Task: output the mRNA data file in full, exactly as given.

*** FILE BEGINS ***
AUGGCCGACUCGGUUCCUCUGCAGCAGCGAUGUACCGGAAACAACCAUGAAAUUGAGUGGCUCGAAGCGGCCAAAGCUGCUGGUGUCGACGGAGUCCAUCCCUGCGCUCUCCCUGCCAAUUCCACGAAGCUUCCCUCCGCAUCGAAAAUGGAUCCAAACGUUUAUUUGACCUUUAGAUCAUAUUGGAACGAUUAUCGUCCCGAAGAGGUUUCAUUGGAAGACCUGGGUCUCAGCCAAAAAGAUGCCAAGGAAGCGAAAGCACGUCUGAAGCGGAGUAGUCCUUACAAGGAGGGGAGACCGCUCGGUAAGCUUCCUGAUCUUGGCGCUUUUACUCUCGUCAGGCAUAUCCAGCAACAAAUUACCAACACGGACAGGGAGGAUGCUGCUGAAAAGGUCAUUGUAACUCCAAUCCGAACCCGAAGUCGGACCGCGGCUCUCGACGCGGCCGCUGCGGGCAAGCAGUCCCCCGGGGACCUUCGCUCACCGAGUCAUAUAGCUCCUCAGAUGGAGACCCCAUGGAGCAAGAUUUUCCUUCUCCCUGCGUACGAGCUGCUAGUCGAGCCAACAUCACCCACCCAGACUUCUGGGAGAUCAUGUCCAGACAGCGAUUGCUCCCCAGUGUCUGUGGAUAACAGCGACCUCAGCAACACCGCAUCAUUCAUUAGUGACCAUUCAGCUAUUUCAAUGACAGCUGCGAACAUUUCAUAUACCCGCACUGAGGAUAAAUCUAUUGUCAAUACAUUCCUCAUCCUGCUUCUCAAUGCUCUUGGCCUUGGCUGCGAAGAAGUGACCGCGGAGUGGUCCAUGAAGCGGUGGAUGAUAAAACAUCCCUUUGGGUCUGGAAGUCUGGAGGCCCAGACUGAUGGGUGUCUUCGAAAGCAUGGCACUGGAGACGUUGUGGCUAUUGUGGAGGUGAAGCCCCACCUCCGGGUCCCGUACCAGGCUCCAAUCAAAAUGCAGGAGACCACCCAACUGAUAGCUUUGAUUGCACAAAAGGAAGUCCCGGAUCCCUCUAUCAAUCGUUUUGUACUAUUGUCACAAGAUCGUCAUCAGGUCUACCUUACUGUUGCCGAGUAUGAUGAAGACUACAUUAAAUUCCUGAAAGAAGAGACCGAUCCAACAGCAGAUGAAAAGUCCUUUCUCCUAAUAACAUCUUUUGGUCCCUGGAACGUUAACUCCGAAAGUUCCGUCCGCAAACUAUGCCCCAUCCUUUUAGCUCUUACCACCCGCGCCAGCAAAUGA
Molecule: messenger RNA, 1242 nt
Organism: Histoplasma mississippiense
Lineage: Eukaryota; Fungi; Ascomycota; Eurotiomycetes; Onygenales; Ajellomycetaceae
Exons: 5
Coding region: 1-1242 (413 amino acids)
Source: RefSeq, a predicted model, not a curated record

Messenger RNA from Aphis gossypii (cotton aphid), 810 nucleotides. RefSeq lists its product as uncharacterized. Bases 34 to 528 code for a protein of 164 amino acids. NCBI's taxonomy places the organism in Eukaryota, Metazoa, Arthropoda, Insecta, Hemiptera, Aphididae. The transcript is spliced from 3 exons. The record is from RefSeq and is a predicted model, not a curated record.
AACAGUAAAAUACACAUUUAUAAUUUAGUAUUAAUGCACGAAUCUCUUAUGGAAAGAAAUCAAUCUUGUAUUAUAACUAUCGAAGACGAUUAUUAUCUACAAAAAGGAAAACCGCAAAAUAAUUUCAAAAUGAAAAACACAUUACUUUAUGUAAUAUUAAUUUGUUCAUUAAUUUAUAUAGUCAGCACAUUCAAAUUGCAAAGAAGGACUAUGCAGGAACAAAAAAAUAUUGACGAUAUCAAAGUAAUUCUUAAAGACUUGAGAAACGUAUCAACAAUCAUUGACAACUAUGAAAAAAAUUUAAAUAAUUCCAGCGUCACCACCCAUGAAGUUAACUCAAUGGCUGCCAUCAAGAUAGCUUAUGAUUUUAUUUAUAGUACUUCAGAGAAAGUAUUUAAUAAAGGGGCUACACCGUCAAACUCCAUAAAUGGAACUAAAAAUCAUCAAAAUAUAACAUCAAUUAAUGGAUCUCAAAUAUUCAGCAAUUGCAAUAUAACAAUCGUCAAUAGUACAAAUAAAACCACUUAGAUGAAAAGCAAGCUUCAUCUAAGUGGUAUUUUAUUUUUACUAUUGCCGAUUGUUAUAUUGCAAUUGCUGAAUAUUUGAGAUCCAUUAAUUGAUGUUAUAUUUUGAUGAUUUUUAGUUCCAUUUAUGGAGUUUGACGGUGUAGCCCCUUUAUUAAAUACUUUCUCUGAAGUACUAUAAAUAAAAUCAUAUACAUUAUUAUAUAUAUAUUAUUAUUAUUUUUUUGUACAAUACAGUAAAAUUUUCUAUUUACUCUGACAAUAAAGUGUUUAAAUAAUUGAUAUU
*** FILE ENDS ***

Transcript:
AUGGCCGACUCGGUUCCUCUGCAGCAGCGAUGUACCGGAAACAACCAUGAAAUUGAGUGGCUCGAAGCGGCCAAAGCUGCUGGUGUCGACGGAGUCCAUCCCUGCGCUCUCCCUGCCAAUUCCACGAAGCUUCCCUCCGCAUCGAAAAUGGAUCCAAACGUUUAUUUGACCUUUAGAUCAUAUUGGAACGAUUAUCGUCCCGAAGAGGUUUCAUUGGAAGACCUGGGUCUCAGCCAAAAAGAUGCCAAGGAAGCGAAAGCACGUCUGAAGCGGAGUAGUCCUUACAAGGAGGGGAGACCGCUCGGUAAGCUUCCUGAUCUUGGCGCUUUUACUCUCGUCAGGCAUAUCCAGCAACAAAUUACCAACACGGACAGGGAGGAUGCUGCUGAAAAGGUCAUUGUAACUCCAAUCCGAACCCGAAGUCGGACCGCGGCUCUCGACGCGGCCGCUGCGGGCAAGCAGUCCCCCGGGGACCUUCGCUCACCGAGUCAUAUAGCUCCUCAGAUGGAGACCCCAUGGAGCAAGAUUUUCCUUCUCCCUGCGUACGAGCUGCUAGUCGAGCCAACAUCACCCACCCAGACUUCUGGGAGAUCAUGUCCAGACAGCGAUUGCUCCCCAGUGUCUGUGGAUAACAGCGACCUCAGCAACACCGCAUCAUUCAUUAGUGACCAUUCAGCUAUUUCAAUGACAGCUGCGAACAUUUCAUAUACCCGCACUGAGGAUAAAUCUAUUGUCAAUACAUUCCUCAUCCUGCUUCUCAAUGCUCUUGGCCUUGGCUGCGAAGAAGUGACCGCGGAGUGGUCCAUGAAGCGGUGGAUGAUAAAACAUCCCUUUGGGUCUGGAAGUCUGGAGGCCCAGACUGAUGGGUGUCUUCGAAAGCAUGGCACUGGAGACGUUGUGGCUAUUGUGGAGGUGAAGCCCCACCUCCGGGUCCCGUACCAGGCUCCAAUCAAAAUGCAGGAGACCACCCAACUGAUAGCUUUGAUUGCACAAAAGGAAGUCCCGGAUCCCUCUAUCAAUCGUUUUGUACUAUUGUCACAAGAUCGUCAUCAGGUCUACCUUACUGUUGCCGAGUAUGAUGAAGACUACAUUAAAUUCCUGAAAGAAGAGACCGAUCCAACAGCAGAUGAAAAGUCCUUUCUCCUAAUAACAUCUUUUGGUCCCUGGAACGUUAACUCCGAAAGUUCCGUCCGCAAACUAUGCCCCAUCCUUUUAGCUCUUACCACCCGCGCCAGCAAAUGA
Molecule: messenger RNA, 1242 nt
Organism: Histoplasma mississippiense
Lineage: Eukaryota; Fungi; Ascomycota; Eurotiomycetes; Onygenales; Ajellomycetaceae
Exons: 5
Coding region: 1-1242 (413 amino acids)
Source: RefSeq, a predicted model, not a curated record

Messenger RNA from Aphis gossypii (cotton aphid), 810 nucleotides. RefSeq lists its product as uncharacterized. Bases 34 to 528 code for a protein of 164 amino acids. NCBI's taxonomy places the organism in Eukaryota, Metazoa, Arthropoda, Insecta, Hemiptera, Aphididae. The transcript is spliced from 3 exons. The record is from RefSeq and is a predicted model, not a curated record.
AACAGUAAAAUACACAUUUAUAAUUUAGUAUUAAUGCACGAAUCUCUUAUGGAAAGAAAUCAAUCUUGUAUUAUAACUAUCGAAGACGAUUAUUAUCUACAAAAAGGAAAACCGCAAAAUAAUUUCAAAAUGAAAAACACAUUACUUUAUGUAAUAUUAAUUUGUUCAUUAAUUUAUAUAGUCAGCACAUUCAAAUUGCAAAGAAGGACUAUGCAGGAACAAAAAAAUAUUGACGAUAUCAAAGUAAUUCUUAAAGACUUGAGAAACGUAUCAACAAUCAUUGACAACUAUGAAAAAAAUUUAAAUAAUUCCAGCGUCACCACCCAUGAAGUUAACUCAAUGGCUGCCAUCAAGAUAGCUUAUGAUUUUAUUUAUAGUACUUCAGAGAAAGUAUUUAAUAAAGGGGCUACACCGUCAAACUCCAUAAAUGGAACUAAAAAUCAUCAAAAUAUAACAUCAAUUAAUGGAUCUCAAAUAUUCAGCAAUUGCAAUAUAACAAUCGUCAAUAGUACAAAUAAAACCACUUAGAUGAAAAGCAAGCUUCAUCUAAGUGGUAUUUUAUUUUUACUAUUGCCGAUUGUUAUAUUGCAAUUGCUGAAUAUUUGAGAUCCAUUAAUUGAUGUUAUAUUUUGAUGAUUUUUAGUUCCAUUUAUGGAGUUUGACGGUGUAGCCCCUUUAUUAAAUACUUUCUCUGAAGUACUAUAAAUAAAAUCAUAUACAUUAUUAUAUAUAUAUUAUUAUUAUUUUUUUGUACAAUACAGUAAAAUUUUCUAUUUACUCUGACAAUAAAGUGUUUAAAUAAUUGAUAUU